Yesterday’s NHL Scores
Last Night’s News 📰
BUZZER BEATER: Detroit Red Wings rookie sensation Lucas Raymond provided the overtime heroics on Tuesday night, scoring a power-play goal with eight seconds remaining to hand the Carolina Hurricanes a 4-3 loss, snapping the Canes’ five-game win streak. With 16 goals and 43 points on the season, Raymond holds a narrow lead over Michael Bunting of the Toronto Maple Leafs and Trevor Zegras of the Anaheim Ducks in the NHL rookie points race.
CALDER CHASE: Speaking of Zegras, the Ducks rookie provided a late game-winner of his own, scoring on Anaheim’s power play with 22 seconds remaining in the third period to defeat the Boston Bruins 4-3. Trailing Raymond by two goals in the Calder Trophy race, Zegras also added an assist on the night to tie Raymond in assists at 27 on the season while ending the Bruins’ own five-game winning streak.
TOURS DU CHAPEAU À WINNIPEG: On a night in which both teams traded 12 scores in three four-goal outbursts, one would think that there would be at least one hat trick in the Winnipeg Jets’ 8-4 victory over the Montreal Canadiens. Josh Anderson notched his first career three-goal game, bringing the Canadiens back from a quick 4-0 hole to tie the game. However, Mark Scheifele led the Jets’ potent power play, as they scored four goals on the man advantage, with three coming in the third period. Scheifele finished the game with a Gordie Howe hat trick (a goal, assist, and a fight) as another five-game streak came to an end.
FIRST TO 40: Last night, the Colorado Avalanche became the first team this season to hit the 40-win plateau. After being down 3-2 heading into the second intermission to the New York Islanders, the Avs scored three goals in the third period to notch their fourth win in a row. That ties the 1995-96 and 2001-02 Red Wings as the second-fastest team (40 wins in 54 games) to reach the 40 win mark in a season (the 2015-16 Washington Capitals won 40 in 53).
VEGAS MILESTONES: Vegas Golden Knights forward William Carrier played in his 300th career game, as Vegas beat the San Jose Sharks 3-1 for head coach Pete DeBoer’s 500th victory. Riley Smith had two goals and Robin Lehner became the 11th goalie to record 20 wins, as DeBoer has gone 500-368-119 across 15 seasons with the Golden Knights, Sharks, Florida Panthers, and New Jersey Devils.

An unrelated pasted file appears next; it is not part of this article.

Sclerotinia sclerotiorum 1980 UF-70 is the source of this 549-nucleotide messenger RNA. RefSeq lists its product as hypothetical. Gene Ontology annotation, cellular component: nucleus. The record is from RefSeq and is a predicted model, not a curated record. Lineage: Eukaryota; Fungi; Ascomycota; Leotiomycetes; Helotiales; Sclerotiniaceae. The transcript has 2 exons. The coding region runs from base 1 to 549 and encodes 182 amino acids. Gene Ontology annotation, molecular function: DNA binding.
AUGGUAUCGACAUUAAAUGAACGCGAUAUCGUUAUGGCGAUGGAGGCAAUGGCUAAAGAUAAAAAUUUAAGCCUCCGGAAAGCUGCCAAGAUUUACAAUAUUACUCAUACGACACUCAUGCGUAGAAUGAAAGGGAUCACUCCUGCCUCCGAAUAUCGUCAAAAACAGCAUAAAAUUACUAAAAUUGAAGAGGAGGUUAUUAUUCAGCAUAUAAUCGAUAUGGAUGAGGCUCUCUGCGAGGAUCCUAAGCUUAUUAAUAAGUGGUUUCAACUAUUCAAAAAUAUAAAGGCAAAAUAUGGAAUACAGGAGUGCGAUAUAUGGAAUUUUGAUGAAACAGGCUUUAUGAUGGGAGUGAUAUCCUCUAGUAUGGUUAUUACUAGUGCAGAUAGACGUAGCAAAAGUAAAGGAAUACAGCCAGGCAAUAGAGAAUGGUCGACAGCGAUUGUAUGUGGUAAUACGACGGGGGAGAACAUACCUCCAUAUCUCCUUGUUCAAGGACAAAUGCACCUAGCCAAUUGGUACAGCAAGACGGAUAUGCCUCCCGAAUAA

Who Said It
1) “I’m still pretty young and I feel like I have a lot more in me to go. I’ve been pretty healthy, knock on wood, in my career. That goes back to some of the work to be able to put yourself in good spots and in good condition to be able to keep laying through that. Hopefully, I can keep that going.”
A. Calvin de Haan
B. Sam Reinhart
C. Pavel Zacha
2) “I am proud that we are seeing a big number of players have success in the NHL, but also the expectations have risen in Switzerland. I also am proud of the mentality that’s changed in Switzerland, that there is a bigger horizon for all the young players.”
A. Timo Meier
B. Roman Josi
C. Nico Hischier
3) “You’re playing worse every day and right now you’re playing like it’s next month.”
A. Jacques Lemaire
B. Pat Burns
C. Herb Brooks
Answers can be found at the bottom of the email.
The No Penalty Club
At this point in the season, even fourth-line depth guys have amassed somewhere in the vicinity of 500 minutes of ice time (provided they’ve been healthy, of course). That leaves plenty of time for every NHL roster regular around the league to have hooked, held, tripped, slashed, or even just interfered with an opponent. Maybe they just launched a puck over the glass!
When you consider how easy it is to get dinged for two minutes in the penalty box in a given game, it’s remarkable to think that these players have made it to March with a big ol’ goose egg when it comes to penalty minutes on the season. I mean, even the Lady Byng Trophy winners get called for a couple of minor infractions every year! Here are some notable NHLers that still haven’t taken a penalty this season:
Jack Hughes, New Jersey Devils